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.NET Framework natively supported encodings RRS feed

  • Question

  • Hi, I am looking at this method from Encoding class.

    http://msdn.microsoft.com/en-us/library/wzsz3bk3.aspx

    It mentioned that

    "The GetEncoding method relies on the underlying platform to support most code pages. However, the .NET Framework natively supports some encodings. "

    Where could I find the list of encodings which are natively supported by .NET?

    I am mostly interested in Shift-jis encoding (Code page 932). At which instance is this code page not available to me?

    Thanks.

    Friday, July 4, 2014 8:26 AM

Answers

  • The only encoding that is natively supported by .NET framework is UTF-16 (same as VB). That's the code page used to store the internal string data.

    All other locales are supported by the underlying operating system.

    EDIT: If you're asking for the list of locales that you can assume is available anytime, you can look for the static members of System.Text.Encoding (those marked with "S" icon) that returns System.Text.Encoding.

    If you're working on software that uses CJK codepages, I sincerely recommands you to use UTF8 all the time. It'll save you a lot of headache on code page conversion to other systems later.


    Friday, July 4, 2014 8:56 AM
    Answerer

All replies

  • The only encoding that is natively supported by .NET framework is UTF-16 (same as VB). That's the code page used to store the internal string data.

    All other locales are supported by the underlying operating system.

    EDIT: If you're asking for the list of locales that you can assume is available anytime, you can look for the static members of System.Text.Encoding (those marked with "S" icon) that returns System.Text.Encoding.

    If you're working on software that uses CJK codepages, I sincerely recommands you to use UTF8 all the time. It'll save you a lot of headache on code page conversion to other systems later.


    Friday, July 4, 2014 8:56 AM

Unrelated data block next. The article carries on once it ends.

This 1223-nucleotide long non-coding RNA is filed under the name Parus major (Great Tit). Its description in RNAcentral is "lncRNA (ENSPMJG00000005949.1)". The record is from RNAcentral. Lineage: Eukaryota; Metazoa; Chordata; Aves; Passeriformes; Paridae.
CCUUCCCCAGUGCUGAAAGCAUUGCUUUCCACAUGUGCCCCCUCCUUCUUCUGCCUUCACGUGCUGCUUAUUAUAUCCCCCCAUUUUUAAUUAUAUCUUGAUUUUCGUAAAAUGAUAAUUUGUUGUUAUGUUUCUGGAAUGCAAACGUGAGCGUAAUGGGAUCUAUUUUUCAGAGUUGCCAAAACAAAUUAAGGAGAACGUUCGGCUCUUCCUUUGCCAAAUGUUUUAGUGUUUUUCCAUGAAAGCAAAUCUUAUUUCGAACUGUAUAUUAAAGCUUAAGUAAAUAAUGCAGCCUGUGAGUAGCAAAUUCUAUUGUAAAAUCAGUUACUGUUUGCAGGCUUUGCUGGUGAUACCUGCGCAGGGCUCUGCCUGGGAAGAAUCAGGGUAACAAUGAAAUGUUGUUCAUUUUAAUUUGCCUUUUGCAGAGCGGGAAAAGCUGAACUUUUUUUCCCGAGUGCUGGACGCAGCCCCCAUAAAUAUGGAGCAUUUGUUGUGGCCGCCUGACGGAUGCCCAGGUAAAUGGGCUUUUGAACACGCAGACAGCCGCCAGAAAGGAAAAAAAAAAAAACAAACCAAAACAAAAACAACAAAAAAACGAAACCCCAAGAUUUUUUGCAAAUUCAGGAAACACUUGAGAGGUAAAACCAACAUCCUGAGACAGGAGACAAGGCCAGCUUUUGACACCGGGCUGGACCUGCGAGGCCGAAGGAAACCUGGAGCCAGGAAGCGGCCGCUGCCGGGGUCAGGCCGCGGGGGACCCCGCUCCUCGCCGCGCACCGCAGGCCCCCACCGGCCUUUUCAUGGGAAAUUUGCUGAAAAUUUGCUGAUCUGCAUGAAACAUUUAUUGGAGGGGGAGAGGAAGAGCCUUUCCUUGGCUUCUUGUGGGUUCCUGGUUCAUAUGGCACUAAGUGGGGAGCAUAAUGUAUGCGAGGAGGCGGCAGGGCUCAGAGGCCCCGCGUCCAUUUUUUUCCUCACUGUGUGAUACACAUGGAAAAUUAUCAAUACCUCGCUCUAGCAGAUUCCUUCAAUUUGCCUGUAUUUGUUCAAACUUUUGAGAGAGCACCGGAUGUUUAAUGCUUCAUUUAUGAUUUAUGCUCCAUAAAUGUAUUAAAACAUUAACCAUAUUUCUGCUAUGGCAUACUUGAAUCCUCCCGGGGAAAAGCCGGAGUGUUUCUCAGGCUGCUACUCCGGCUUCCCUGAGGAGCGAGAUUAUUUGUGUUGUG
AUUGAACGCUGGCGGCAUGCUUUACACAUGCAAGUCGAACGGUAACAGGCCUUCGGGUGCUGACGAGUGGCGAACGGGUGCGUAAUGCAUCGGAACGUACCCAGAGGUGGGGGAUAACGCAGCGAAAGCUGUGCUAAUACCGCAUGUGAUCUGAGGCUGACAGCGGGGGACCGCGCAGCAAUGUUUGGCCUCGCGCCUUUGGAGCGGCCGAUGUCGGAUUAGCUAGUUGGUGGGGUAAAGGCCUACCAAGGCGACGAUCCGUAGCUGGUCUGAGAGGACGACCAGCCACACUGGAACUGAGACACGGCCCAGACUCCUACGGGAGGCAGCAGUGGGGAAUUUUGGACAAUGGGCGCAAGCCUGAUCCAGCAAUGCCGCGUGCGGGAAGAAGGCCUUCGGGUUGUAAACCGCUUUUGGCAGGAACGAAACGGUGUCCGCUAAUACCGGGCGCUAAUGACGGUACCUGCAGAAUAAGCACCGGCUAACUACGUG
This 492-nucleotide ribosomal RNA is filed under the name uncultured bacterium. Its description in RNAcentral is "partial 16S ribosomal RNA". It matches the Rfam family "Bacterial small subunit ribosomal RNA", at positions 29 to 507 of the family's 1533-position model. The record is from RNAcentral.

Answerer
  • Thanks for the response. I'm sorry for not replying soon, have been busy with other things.

    I actually could not use UTF-8 as it is more of backward compatibility sort of scenario. Unfortunately, legacy codes hard coded the usage of Shift-JIS encoding. So, my code have to guarantee not to allow certain data to reach the legacy part of the system.

    Anyway, I've tried to install an English Windows 7 OS, but I was still able to retrieve code page 932 successfully using encoding class. I am wondering if it will be installed by default even if I did not install Japanese Language.

    Thursday, August 14, 2014 8:34 AM
  • Windows since Vista contains support for all available locale (when the system is released, locale variants keep added to system so there are new supported code page in each new Windows version) by default, just that it might not install the corresponding fonts if you don't made it available as a display language.

    In that case, I'd recommend you to set the "Language for non-Unicode applications" in "Regional Settings" of control panel to Shift-JIS too. This will make the system aware that when it encounters "Yen"(¥) in path, it actually means "Backslash"(\).



    Thursday, August 14, 2014 8:58 AM
    Answerer
  • "Where could I find the list of encodings which are natively supported by .NET?"

    In the documentation of the Encoding class, see the Remarks section.

    "I am mostly interested in Shift-jis encoding (Code page 932). At which instance is this code page not available to me?"

    According to that table that codepage is not supported natively by .NET Framework, it requires OS support. I think the only case where this codepage may not be available is Windows XP/2003. AFAIR on those systems not all codepages were installed by default, you could select which codepage to install somewhere in control panel's regional settings.

    "So, my code have to guarantee not to allow certain data to reach the legacy part of the system."

    But how are you going to do that anyway? .NET's strings are always UTF-16, are you going to encode/decode the strings to ensure that they don't contain non Shitf-JIS characters?

    • Proposed as answer by cheong00Editor Tuesday, August 19, 2014 2:14 AM
    Thursday, August 14, 2014 9:43 AM
    Moderator
  • Great. I always assume code pages other than UTF16LE are supported by the underlying operating system. Thanks for the correction.
    Thursday, August 14, 2014 9:49 AM
    Answerer
  • Thank you very much for this information.

    "But how are you going to do that anyway? .NET's strings are always UTF-16, are you going to encode/decode the strings to ensure that they don't contain non Shitf-JIS characters?"

    The legacy system doesn't care about the underlying OS language, it just assume shift-jis encoding is used. For my application, I have to make sure it always validates using shift-jis encoding for the mean time. As we move along with the releases and replacing the legacy system, we will make it right.

    Tuesday, August 19, 2014 2:01 AM
  • Btw, I think his reply is the actual answer for this thread, would you please mark his reply as answer so it helps other who search in this forum? Thank you.
    Tuesday, August 19, 2014 2:14 AM
    Answerer